Confusion Corner: Saint-Macaire


Saint-Macaire: It’s a grape, it’s a place, it’s an appellation…but despite the name of that appellation—Côtes de Bordeaux-Saint-Macaire AOC—it is NOT one of the sub-zones of the Côtes de Bordeaux AOC. As such, Saint-Macaire is a perfect subject for Confusion Corner!

Let’s take a look at the many faces of Saint-Macaire:

It’s a grape: Saint-Macaire is a super-obscure red grape, believed to have originated somewhere in the area around Bordeaux. It was once-upon-a-time grown in small amounts on Bordeaux’s Right Bank and known for producing soft, fruity wines with a good snap of acidity and a deep red color. However, the grape was not widely re-planted in Bordeaux in the years following phylloxera and eventually, it was nearly forgotten.

Official statistics tell us that these days, only about 1 hectare of Saint-Macaire remains planted in all of France. It is not approved for use in any of the modern AOCs of Bordeaux—including its namesake, the Côtes de Bordeaux-Saint-Macaire AOC—but it may end up in the wines of the Atlantique IGP or a Vin de France.


Outside of France, there are a few estates in California that grow Saint-Macaire—these include O’Shaunessy Estate Winery in Napa’s Howell Mountain AVA and Sonoma’s Hanna Winery. Due to its historic stature as a lost grape of Bordeaux, Saint-Macaire is included in the list of grapes approved to be used in Meritage—as defined by the Meritage Alliance—and once in a great while, I’ll find it listed on a Meritage label.

Australia’s Calabria Family Winery (formerly known Westend Estate) grows a few acres of Saint-Macaire in Victoria—and is believed to be the only estate in Australia growing the grape.

It’s a place: Occupying a 2-mile (3-km) stretch of the northern bank of the Garonne River in France’s Gironde Department, Saint-Macaire is a tiny commune (population: 1,196).  In addition to its vineyards (planted mainly to Muscadelle, Sauvignon Blanc, and Sémillon), the area’s claim to fame is the Château de Tardes, a Monument Historique (national heritage site) and castle dating from 13th century. The building was rebuilt—complete with a hexagon-shaped tower and spiral staircase—into a Renaissance-style mansion in the centuries that followed.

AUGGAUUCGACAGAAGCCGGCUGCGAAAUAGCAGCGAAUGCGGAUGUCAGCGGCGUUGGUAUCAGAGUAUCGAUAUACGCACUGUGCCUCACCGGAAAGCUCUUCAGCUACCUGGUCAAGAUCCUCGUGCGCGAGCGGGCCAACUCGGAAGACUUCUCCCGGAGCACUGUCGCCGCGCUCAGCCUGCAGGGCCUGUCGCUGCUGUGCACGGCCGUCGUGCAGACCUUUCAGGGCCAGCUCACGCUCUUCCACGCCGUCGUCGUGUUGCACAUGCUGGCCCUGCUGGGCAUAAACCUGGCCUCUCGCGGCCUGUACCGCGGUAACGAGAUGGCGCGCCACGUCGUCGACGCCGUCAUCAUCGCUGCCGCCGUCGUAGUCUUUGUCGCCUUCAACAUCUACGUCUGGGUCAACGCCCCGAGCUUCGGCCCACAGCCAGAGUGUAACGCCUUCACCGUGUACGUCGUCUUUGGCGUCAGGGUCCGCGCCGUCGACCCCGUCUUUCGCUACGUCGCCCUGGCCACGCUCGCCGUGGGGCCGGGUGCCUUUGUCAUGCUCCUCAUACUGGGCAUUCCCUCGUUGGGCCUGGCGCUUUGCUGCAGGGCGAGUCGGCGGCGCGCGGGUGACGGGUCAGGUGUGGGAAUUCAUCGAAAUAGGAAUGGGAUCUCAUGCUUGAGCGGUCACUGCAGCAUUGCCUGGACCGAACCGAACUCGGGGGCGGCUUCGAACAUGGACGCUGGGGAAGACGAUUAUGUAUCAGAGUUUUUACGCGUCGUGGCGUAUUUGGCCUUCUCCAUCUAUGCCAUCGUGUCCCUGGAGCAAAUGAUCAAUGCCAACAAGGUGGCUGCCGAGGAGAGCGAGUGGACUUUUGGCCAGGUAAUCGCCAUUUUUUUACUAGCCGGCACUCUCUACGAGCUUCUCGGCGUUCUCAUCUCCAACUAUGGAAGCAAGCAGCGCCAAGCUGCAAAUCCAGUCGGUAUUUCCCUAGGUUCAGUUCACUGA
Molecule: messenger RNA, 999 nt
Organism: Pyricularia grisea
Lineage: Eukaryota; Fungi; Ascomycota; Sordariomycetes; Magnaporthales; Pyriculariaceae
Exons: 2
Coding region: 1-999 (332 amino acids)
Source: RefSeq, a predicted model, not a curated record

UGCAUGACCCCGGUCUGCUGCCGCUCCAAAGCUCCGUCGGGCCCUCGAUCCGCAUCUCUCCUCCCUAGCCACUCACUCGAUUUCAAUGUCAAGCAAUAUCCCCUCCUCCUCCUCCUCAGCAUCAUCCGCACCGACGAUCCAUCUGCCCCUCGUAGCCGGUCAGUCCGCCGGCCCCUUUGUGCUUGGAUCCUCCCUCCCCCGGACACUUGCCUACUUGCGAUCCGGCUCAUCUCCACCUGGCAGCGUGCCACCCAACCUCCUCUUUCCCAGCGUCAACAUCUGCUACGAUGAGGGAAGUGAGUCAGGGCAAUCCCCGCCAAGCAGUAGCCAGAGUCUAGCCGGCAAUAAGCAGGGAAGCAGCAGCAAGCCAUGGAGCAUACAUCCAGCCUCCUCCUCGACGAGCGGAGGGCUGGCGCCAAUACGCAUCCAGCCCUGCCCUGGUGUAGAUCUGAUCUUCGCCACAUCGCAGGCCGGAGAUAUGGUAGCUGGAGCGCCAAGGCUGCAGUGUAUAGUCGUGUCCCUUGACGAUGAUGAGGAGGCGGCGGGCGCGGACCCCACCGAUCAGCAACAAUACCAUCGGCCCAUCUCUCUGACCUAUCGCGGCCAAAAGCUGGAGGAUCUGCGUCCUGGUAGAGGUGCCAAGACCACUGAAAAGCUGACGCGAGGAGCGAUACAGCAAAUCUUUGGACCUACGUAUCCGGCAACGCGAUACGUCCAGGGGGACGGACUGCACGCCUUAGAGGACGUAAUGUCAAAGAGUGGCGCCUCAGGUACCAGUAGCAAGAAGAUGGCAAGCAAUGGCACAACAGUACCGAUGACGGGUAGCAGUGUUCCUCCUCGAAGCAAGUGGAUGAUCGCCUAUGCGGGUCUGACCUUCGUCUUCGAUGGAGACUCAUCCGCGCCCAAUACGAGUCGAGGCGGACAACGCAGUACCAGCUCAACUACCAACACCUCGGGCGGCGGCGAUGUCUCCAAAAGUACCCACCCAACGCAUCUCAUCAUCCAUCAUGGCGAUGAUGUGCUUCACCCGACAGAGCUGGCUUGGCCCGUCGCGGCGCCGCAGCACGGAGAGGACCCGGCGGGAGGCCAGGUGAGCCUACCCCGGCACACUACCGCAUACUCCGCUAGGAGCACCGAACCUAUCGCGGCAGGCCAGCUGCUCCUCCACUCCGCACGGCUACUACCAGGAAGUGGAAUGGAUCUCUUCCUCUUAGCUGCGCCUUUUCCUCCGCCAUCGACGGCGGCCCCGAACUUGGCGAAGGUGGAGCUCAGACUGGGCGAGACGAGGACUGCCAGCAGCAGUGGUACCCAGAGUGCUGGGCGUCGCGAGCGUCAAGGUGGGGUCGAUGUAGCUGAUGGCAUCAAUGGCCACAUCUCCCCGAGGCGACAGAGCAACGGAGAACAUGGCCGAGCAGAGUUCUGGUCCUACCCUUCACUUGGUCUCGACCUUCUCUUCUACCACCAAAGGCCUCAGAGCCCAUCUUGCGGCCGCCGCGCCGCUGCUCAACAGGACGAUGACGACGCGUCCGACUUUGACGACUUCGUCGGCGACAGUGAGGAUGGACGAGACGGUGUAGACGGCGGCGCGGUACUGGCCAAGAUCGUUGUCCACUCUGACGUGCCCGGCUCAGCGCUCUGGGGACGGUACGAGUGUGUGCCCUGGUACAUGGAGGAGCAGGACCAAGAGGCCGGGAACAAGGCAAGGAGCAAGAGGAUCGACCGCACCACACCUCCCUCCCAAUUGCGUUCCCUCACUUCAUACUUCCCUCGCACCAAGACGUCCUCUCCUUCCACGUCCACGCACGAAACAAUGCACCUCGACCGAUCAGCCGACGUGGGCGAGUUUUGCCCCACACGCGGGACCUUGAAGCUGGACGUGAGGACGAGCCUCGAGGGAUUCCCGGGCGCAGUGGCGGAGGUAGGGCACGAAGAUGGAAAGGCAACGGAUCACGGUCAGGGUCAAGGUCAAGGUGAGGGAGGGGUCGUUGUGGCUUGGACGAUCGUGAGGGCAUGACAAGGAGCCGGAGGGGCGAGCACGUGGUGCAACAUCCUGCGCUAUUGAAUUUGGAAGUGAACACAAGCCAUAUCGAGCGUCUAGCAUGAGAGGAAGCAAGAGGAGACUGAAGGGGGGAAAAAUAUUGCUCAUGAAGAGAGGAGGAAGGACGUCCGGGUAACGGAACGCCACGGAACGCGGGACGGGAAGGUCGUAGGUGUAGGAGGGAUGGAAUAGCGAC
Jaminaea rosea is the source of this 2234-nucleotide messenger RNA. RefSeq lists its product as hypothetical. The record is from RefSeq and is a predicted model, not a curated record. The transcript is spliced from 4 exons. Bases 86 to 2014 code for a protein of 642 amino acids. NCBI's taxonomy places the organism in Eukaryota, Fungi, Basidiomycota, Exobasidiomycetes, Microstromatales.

Photo of Château de Tardes by Henry Salomé via Wikimedia Commons

It’s an appellation: Nestled between the Garonne River and the surrounding Entre-Deux-Mers AOC, the Côtes de Bordeaux-Saint-Macaire AOC is located on the softly rolling (south-facing) hills found along the eastern edge of Bordeaux. The Côtes de Bordeaux-Saint-Macaire AOC is approved for the production of white wines only. Dry wines are allowed and are defined as having less than 4 g/L (0.04%) of residual sugar. However, the area is best-known for its sweet (moelleux) and even sweeter (liquoreux) versions of white wines. Produced using ultra-ripe grapes (often affected by botrytis or allowed to dry after harvest), the sweet wines of the area known for notes of ripe pear, toasted almonds, bees wax, tropical fruit, dried apricot, honey, and fig.

It is NOT one of the sub-zones of the Côtes de Bordeaux AOC: Despite the similarity in their names, the Côtes de Bordeaux-Saint-Macaire AOC is not a sub-zone of the Côtes de Bordeaux AOC. The Côtes de Bordeaux AOC, established in 2009, has five sub-zones—Francs, Cadillac, Castillon, Blaye, and Sainte Foy—all of which are located quite close to Saint-Macaire. Each of these subzones may append their name to the “Côtes de Bordeaux AOC” title; this means that the name of wine bottled under the Francs subzone (as an example), could be listed as “Francs—Côtes de Bordeaux AOC.” And thus, the confusion reigns.

However, Saint-Macaire has not joined the the club of the Côtes de Bordeaux AOC. One clear definition between the appellations is that the Côtes de Bordeaux AOC (and its five sub-zones) are all approved for the production of red wines, while the Côtes de Bordeaux-Saint-Macaire AOC is only approved for white wines. (Note: Three of the Côtes de Bordeaux subzones—Francs, Blaye, and Sainte Foy—may produce white wines in addition to reds.)

Map of the Côtes de Bordeaux-Saint-Macaire AOC via

Hopefully, this post cleared up some of the confusion regarding Saint-Macaire. It’s really quite simple: Saint-Macaire is a grape, a place, and an appellation—but it is not one of the sub-zones of the Côtes de Bordeaux AOC, despite sharing the good portion of a name and being located in a similar spot.

Any questions?

References/for more information:

The Bubbly Professor is “Miss Jane” Nickles of Austin, Texas…

About bubblyprof
Wine Writer and Educator...a 20-year journey from Bristol Hotels to Le Cordon Bleu Schools and the Society of Wine Educators

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